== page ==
- Extend — Under this menu, you can install and uninstall Drupal modules.
- Configuration — Gives you access to your site settings.
- People — Contains options for users, roles and permission levels.
- Reports — Here, you find logs, update information, status reports, errors, search phrases and other information about your site.
- Help — The central hub for helpful information about basic site administration as well as any modules installed on your site.
By the way, under Shortcuts you can define your own links to parts of the admin interface that you use often.
That way, you can improve your workflow and make it faster. All clear? Then let’s put this new knowledge to good use.
5. Change Your Drupal Site’s Theme
At the bottom, you see the front end of your site, meaning what your visitors will see. Right now, it’s still a bit bland, so the first thing you want to do is change the default theme that your site comes with to something else. You find an option for this under Appearance > Install new theme.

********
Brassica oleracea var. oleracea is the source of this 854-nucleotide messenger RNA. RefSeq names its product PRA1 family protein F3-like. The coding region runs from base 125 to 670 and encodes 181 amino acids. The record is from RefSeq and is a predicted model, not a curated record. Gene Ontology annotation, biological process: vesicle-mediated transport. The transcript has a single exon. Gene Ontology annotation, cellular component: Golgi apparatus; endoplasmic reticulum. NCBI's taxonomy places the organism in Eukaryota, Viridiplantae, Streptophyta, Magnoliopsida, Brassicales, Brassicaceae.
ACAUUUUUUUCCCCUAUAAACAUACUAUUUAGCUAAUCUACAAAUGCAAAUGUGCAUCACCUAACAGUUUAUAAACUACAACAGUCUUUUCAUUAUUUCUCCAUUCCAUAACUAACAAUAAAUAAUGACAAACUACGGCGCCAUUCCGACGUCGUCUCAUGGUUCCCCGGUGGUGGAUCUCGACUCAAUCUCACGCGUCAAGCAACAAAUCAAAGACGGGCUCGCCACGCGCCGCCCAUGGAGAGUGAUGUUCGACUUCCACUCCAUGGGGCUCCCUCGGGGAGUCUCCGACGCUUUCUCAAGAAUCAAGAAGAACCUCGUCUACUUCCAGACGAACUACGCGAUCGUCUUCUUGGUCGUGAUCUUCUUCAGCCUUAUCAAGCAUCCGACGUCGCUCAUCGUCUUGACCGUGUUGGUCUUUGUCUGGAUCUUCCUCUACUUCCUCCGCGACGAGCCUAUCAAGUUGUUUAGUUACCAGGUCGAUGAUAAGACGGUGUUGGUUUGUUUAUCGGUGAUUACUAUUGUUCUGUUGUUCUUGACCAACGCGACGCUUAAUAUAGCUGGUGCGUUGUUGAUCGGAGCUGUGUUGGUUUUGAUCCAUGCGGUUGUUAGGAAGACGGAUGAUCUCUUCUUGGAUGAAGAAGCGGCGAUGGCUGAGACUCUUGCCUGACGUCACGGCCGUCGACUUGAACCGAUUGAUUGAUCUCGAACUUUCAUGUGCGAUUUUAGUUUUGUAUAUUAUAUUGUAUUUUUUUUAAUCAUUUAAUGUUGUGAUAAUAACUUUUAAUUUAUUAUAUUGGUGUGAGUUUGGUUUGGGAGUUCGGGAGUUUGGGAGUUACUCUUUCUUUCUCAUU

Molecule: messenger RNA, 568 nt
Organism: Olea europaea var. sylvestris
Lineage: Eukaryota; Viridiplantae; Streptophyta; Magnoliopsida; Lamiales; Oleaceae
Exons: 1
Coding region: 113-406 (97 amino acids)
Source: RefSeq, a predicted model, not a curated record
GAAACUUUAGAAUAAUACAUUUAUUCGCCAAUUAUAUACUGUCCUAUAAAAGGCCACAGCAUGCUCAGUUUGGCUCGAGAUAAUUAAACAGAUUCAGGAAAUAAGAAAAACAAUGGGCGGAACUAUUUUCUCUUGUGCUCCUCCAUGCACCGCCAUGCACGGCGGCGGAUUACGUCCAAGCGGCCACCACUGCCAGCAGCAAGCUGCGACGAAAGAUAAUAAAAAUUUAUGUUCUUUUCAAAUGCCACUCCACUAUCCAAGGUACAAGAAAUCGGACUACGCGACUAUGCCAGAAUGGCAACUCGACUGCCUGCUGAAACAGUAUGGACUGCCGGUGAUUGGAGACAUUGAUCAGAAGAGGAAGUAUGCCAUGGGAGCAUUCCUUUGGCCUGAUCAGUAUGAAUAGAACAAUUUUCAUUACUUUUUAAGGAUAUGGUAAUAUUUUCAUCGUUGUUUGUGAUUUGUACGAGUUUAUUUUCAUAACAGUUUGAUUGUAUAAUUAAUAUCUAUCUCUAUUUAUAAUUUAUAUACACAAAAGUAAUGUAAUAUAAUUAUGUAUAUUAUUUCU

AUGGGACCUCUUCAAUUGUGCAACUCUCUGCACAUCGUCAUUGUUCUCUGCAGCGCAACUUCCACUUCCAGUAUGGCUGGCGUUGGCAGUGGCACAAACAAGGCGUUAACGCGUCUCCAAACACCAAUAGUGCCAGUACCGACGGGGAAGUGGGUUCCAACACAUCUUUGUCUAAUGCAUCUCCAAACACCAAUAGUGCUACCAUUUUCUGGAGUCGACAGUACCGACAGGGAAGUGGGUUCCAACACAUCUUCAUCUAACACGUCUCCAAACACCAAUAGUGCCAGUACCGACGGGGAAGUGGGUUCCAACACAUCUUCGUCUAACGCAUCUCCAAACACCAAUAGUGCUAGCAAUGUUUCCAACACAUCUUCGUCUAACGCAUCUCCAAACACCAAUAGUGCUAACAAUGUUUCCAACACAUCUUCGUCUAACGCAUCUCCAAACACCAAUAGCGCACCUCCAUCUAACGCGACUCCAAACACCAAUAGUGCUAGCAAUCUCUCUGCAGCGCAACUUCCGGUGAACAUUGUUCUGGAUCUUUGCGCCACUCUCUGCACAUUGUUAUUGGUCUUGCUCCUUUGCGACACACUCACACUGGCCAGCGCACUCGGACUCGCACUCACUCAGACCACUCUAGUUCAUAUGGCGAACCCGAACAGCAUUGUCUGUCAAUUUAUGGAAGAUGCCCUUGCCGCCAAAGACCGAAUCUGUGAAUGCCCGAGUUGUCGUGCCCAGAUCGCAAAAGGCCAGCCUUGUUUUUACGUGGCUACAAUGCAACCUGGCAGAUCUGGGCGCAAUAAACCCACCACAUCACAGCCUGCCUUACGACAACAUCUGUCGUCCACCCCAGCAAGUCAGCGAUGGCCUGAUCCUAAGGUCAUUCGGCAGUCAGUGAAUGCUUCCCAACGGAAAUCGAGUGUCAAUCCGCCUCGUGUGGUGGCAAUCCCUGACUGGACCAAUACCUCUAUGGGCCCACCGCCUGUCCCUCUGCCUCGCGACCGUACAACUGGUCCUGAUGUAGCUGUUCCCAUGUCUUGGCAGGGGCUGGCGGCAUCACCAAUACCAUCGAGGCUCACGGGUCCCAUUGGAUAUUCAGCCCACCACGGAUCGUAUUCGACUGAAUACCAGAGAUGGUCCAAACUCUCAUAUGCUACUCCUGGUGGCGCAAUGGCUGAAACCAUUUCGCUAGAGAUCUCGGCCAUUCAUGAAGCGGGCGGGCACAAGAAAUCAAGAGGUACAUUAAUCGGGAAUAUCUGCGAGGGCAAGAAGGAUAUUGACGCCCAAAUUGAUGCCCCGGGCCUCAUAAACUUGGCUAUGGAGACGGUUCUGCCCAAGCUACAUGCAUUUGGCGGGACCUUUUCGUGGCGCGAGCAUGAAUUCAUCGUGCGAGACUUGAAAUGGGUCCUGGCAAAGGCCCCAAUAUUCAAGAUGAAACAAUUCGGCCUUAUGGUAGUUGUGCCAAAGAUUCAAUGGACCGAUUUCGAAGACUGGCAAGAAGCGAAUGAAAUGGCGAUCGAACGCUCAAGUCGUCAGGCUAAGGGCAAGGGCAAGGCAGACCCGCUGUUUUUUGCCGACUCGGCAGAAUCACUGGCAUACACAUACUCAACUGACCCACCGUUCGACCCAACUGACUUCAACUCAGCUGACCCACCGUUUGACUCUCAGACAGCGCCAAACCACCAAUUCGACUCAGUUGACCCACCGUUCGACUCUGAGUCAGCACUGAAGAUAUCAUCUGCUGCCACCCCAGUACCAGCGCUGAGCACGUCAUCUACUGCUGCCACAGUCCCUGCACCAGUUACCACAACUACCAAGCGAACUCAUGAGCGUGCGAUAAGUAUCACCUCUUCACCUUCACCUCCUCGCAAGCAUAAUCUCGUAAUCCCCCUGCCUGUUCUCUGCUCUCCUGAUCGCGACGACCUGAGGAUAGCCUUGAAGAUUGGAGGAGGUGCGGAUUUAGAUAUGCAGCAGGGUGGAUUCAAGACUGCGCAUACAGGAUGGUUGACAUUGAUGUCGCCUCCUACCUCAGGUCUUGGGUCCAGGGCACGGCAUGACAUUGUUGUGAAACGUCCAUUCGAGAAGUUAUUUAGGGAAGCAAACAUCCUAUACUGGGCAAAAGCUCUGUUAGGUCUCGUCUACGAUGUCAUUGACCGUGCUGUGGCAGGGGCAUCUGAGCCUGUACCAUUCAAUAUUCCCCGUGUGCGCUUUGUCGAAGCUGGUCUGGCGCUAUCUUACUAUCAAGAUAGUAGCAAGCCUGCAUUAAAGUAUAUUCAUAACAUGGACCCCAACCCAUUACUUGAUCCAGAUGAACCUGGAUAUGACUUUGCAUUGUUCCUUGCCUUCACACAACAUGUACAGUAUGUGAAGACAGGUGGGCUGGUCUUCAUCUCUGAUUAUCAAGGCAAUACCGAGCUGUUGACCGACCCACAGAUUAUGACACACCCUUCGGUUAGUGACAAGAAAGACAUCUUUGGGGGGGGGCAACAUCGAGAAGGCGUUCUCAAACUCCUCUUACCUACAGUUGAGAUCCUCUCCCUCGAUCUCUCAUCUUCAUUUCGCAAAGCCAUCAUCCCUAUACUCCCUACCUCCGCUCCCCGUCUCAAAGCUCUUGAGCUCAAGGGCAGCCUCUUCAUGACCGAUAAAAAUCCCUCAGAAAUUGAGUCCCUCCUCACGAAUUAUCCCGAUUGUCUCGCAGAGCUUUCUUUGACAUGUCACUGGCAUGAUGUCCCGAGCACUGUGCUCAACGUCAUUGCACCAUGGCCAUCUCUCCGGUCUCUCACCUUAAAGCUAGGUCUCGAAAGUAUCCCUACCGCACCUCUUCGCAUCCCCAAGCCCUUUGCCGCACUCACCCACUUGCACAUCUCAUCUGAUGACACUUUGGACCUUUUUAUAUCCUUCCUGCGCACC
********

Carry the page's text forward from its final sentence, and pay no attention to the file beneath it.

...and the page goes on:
However, unlike other content management systems, it is not possible to find themes from inside the Drupal back end. For that, you need to go to the official Drupal theme directory, for which you also find a link at the top of the theme installation page.
At the time of this writing, you have a choice of more than 2,700 themes. The directory gives you several ways of filtering them so you can find what you are looking for.
However, you might still be overwhelmed by the sheer number. In that case, it’s good to start off with one of the many best of lists found on the web.
When choosing a theme, make sure it fits your level of technical ability, allows you to create the design vision you have in mind and is mobile responsive (a must these days). All themes in the directory also have their own page where you can read up on their details and check out a live demo.
When you have found the right one, installing it on your site is quite easy. Either download the theme from the directory (you find options at the bottom) or right click the download link and copy its location.
After that, you can use either the file or the URL to upload the theme to your site.
After that, you still need to install it from the Appearance tab and activate it (called Set as default in Drupal).
When you have done so and you go back to your site (there is a button in the upper left corner), you can see the new theme in action.